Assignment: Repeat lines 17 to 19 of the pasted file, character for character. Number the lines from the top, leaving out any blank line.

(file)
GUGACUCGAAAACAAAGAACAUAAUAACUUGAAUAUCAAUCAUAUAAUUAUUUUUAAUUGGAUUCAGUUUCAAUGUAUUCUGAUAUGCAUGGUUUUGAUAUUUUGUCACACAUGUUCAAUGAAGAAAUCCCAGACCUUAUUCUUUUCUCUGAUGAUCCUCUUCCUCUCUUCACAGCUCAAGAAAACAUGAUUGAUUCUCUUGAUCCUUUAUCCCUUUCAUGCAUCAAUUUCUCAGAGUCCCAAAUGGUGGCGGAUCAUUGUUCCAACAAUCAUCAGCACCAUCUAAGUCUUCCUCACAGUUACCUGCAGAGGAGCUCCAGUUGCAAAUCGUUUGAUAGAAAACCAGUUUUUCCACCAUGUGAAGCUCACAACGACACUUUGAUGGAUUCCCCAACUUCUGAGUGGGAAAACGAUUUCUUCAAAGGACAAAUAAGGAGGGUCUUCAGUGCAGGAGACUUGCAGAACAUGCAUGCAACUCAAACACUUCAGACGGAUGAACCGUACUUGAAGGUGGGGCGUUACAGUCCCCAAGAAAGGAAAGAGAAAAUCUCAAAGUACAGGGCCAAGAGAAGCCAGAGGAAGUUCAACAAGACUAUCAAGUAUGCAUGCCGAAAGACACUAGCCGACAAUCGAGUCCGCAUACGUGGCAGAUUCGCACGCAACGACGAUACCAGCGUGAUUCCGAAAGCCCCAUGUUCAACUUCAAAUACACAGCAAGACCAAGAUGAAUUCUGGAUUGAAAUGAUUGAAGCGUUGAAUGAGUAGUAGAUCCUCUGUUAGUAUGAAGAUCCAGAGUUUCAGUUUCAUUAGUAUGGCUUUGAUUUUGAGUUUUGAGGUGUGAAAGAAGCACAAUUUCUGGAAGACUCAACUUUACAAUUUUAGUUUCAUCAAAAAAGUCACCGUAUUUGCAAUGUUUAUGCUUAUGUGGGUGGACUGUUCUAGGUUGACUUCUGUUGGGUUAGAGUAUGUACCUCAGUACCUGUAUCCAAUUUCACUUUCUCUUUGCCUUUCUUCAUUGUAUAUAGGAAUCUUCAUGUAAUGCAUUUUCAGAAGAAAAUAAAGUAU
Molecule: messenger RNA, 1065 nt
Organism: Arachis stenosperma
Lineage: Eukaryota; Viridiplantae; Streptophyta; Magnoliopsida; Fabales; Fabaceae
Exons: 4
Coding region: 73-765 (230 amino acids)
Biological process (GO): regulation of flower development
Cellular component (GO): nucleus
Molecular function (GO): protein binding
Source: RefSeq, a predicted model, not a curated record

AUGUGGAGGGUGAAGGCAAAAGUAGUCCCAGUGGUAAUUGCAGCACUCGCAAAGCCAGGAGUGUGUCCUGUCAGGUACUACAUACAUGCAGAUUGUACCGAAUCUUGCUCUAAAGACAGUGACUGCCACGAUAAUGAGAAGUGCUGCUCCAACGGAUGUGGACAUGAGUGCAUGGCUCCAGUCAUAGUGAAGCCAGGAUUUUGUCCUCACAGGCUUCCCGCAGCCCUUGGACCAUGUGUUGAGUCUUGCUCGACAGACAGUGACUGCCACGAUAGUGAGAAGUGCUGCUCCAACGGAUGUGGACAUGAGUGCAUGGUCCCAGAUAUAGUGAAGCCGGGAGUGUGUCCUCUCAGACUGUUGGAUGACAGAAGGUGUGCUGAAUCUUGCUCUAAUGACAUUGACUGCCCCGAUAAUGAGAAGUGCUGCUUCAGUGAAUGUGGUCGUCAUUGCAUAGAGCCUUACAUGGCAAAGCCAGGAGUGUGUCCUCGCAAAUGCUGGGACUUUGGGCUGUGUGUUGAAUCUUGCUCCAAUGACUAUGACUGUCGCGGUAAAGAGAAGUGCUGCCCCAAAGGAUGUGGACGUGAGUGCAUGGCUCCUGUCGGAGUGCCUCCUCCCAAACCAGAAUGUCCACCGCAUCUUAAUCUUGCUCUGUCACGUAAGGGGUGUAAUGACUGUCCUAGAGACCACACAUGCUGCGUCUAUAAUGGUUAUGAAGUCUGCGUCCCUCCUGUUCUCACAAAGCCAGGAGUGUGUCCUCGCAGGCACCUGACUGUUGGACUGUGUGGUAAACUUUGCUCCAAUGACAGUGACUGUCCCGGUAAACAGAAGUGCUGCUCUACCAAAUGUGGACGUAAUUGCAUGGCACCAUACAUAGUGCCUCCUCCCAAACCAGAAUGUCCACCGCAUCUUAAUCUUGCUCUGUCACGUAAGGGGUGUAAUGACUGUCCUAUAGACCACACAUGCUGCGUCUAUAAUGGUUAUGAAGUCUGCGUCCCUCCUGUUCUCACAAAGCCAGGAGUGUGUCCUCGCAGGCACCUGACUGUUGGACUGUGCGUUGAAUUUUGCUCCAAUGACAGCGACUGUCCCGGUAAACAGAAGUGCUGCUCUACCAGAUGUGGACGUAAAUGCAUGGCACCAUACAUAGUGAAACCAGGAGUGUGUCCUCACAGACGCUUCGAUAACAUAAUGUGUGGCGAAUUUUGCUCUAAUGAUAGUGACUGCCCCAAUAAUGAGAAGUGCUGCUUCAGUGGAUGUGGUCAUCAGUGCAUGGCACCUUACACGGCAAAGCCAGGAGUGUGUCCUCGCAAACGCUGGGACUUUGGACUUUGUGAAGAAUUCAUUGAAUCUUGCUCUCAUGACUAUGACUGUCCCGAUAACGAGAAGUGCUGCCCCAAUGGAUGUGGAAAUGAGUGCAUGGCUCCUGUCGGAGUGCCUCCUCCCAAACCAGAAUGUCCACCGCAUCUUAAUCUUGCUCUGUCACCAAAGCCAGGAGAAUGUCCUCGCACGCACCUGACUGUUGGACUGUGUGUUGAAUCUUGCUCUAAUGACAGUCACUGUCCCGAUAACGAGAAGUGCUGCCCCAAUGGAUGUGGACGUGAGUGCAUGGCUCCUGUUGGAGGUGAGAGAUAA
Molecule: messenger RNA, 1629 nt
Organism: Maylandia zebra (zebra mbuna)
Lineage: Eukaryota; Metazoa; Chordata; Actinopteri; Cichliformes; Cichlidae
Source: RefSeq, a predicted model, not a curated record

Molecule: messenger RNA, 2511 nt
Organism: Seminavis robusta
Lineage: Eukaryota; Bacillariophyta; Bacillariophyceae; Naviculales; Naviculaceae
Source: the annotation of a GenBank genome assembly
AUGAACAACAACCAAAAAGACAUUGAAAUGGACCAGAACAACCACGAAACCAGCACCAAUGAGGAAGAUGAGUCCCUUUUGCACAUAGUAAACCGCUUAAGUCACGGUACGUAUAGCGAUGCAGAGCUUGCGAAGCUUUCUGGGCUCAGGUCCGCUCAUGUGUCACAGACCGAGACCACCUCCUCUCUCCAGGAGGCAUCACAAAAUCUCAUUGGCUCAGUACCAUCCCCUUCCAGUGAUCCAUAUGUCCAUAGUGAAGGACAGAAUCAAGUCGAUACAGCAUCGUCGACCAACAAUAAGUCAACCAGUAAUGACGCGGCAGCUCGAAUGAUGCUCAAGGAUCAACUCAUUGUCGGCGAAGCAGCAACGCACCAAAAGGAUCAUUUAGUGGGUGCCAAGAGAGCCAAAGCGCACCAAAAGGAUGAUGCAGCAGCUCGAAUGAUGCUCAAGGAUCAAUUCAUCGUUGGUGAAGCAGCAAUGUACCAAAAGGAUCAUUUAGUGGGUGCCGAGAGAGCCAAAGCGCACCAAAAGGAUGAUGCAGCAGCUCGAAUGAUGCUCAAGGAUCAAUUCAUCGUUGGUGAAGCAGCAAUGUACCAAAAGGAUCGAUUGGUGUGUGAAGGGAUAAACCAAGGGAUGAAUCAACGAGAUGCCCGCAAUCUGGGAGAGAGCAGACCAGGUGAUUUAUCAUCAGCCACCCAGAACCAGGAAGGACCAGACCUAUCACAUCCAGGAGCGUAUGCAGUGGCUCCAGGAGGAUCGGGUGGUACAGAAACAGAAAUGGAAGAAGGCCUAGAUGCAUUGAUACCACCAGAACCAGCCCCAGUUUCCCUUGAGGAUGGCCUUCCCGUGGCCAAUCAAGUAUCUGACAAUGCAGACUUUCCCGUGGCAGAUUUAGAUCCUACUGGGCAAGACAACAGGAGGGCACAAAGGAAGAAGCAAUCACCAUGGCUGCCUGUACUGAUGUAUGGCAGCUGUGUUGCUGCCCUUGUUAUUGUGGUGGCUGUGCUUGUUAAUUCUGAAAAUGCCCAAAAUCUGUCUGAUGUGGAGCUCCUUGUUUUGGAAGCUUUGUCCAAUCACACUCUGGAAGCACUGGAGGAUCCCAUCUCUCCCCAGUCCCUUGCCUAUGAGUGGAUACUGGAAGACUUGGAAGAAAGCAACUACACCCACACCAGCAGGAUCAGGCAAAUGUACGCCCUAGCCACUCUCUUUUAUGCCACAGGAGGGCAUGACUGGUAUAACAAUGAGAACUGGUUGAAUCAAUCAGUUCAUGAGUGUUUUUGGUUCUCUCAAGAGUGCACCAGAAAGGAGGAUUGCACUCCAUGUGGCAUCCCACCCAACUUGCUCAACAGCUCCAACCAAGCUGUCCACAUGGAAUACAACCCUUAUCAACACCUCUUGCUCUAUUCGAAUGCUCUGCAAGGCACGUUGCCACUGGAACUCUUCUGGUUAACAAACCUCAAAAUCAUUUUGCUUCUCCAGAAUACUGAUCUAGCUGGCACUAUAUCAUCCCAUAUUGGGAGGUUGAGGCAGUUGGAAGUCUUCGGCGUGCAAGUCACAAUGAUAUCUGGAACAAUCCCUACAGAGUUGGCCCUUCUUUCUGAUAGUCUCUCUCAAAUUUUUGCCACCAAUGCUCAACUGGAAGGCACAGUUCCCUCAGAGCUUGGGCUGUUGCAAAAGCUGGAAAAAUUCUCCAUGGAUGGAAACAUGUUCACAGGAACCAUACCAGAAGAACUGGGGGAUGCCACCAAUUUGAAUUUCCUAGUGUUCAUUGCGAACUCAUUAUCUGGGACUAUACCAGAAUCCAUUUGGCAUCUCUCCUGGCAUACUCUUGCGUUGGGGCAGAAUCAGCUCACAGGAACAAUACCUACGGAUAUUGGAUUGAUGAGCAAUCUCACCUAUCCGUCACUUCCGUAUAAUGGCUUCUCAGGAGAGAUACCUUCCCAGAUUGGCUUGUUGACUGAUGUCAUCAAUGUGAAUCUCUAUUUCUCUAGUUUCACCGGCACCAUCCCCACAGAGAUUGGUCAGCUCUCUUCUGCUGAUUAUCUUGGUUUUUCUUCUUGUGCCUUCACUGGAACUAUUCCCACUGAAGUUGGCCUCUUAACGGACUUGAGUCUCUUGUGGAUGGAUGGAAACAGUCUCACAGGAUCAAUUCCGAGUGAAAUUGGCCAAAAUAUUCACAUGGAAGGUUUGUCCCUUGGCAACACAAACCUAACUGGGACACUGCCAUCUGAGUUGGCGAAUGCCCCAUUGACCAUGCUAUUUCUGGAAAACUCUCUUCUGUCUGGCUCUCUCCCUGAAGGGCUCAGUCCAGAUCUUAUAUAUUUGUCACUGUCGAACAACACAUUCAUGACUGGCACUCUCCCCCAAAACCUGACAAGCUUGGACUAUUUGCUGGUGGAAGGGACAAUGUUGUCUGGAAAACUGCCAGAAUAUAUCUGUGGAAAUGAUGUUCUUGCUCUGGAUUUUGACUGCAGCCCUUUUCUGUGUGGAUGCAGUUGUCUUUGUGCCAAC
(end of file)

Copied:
Organism: Seminavis robusta
Lineage: Eukaryota; Bacillariophyta; Bacillariophyceae; Naviculales; Naviculaceae
Source: the annotation of a GenBank genome assembly